Secondly, have a little compassion.  It’s a transitional time; middle school often marks a big change in how Christmas (often disguised as Winter) is celebrated at school.  The magic and wonder of childhood Christmases is waning, and they’re trying to figure out what’s considered too childish at their age and what’s still acceptable.

One way to encourage a little Christmas spirit is to steer their focus away from themselves.  Get them involved in baking, wrapping (messy packages are okay), addressing Christmas cards, or being helpful to someone in need.  Secret Santa deliveries to neighbors or relatives can give them warm feelings while teaching the virtue of generosity.

Like the Grinch, adolescents need to learn that Christmas isn’t about their own happiness.  Christmas – perhaps – means something more. . .

Now What?


Three things you can count on beginning December 26:  overflowing trash, the end of Christmas music on the radio,  and middle schoolers whining, “I’m so booooooored!”

For a non-driving young teen, these days away from school stretch endlessly, even with so many ways to connect electronically with friends.  Their misery multiplies if parents have to work, leaving them home with only the TV, computer, and game system for entertainment. Many parents don’t want their kids spending all day in cyberspace, but they don’t know how to prevent it.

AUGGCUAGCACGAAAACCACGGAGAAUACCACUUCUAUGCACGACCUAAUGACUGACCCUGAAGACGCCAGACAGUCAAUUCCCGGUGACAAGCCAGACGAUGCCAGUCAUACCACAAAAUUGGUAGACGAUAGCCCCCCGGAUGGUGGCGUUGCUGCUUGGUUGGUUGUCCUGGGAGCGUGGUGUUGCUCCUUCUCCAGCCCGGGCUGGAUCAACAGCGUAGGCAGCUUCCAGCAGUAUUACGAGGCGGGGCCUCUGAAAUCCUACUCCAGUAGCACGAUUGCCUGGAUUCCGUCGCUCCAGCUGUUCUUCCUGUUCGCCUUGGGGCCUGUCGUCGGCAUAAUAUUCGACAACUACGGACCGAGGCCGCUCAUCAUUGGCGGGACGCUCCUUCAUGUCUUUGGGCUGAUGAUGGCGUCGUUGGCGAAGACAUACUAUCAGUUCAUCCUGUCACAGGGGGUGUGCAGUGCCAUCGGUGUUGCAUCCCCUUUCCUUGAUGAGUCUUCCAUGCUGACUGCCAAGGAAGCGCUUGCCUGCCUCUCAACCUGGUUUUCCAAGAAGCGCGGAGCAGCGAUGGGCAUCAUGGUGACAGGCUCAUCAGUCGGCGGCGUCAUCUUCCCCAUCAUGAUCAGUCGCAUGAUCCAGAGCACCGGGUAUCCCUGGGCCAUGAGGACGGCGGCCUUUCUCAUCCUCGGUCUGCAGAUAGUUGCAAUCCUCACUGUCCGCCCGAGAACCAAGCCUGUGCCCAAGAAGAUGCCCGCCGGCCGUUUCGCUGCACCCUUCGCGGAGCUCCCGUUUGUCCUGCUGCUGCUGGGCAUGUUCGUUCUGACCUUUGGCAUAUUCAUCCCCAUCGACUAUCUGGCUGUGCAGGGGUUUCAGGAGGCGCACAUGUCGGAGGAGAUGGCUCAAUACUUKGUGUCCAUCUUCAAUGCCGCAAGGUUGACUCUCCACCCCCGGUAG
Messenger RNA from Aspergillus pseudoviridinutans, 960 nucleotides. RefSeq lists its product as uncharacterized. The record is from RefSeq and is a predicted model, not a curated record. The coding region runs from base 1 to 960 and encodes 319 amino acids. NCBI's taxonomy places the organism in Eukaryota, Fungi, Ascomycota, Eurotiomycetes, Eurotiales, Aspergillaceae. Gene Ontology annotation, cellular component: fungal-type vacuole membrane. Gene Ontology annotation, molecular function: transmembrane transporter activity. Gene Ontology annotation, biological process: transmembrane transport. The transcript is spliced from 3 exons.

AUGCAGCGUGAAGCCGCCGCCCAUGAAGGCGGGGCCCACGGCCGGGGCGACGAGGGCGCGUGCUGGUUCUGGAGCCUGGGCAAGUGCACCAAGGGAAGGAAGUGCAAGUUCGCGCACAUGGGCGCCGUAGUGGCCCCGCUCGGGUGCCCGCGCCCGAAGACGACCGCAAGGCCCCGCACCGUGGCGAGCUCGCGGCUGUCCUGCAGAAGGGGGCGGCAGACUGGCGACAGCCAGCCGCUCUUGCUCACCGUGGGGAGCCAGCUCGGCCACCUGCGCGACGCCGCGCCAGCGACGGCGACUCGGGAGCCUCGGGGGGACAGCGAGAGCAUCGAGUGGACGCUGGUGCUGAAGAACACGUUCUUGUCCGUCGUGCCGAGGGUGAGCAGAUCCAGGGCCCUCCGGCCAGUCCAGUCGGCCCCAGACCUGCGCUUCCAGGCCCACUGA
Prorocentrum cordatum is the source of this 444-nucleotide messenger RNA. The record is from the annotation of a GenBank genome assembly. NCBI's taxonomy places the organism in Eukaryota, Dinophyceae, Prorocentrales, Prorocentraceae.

While screen time isn’t totally avoidable, parents should still sit down with their teens and agree upon limits for gaming time and for allowable TV shows and websites.  Just be aware that limits are  hard to enforce from the workplace, especially if there aren’t siblings to police each other.

One good option is to leave a list of chores to be completed before getting on any electronics.  Here’s your chance to get bathrooms scrubbed, floors vacuumed, and bedrooms cleaned! (If you come home from work to find chores unfinished, just pack the computer/game system power cords to work with you the next day.)

Be aware that sometimes a complaint of boredom is a way of guilting you into giving permission for an activity you don’t usually allow, like hanging out at the mall for hours.  Don’t let your guard down; teens are manipulative creatures!

My personal favorite solution for Christmas Break Doldrums is to share time with another teen’s parents.  Send yours over to their house for a couple of days, and then return the favor.   This way they get a break from home – and you get a break from the whining.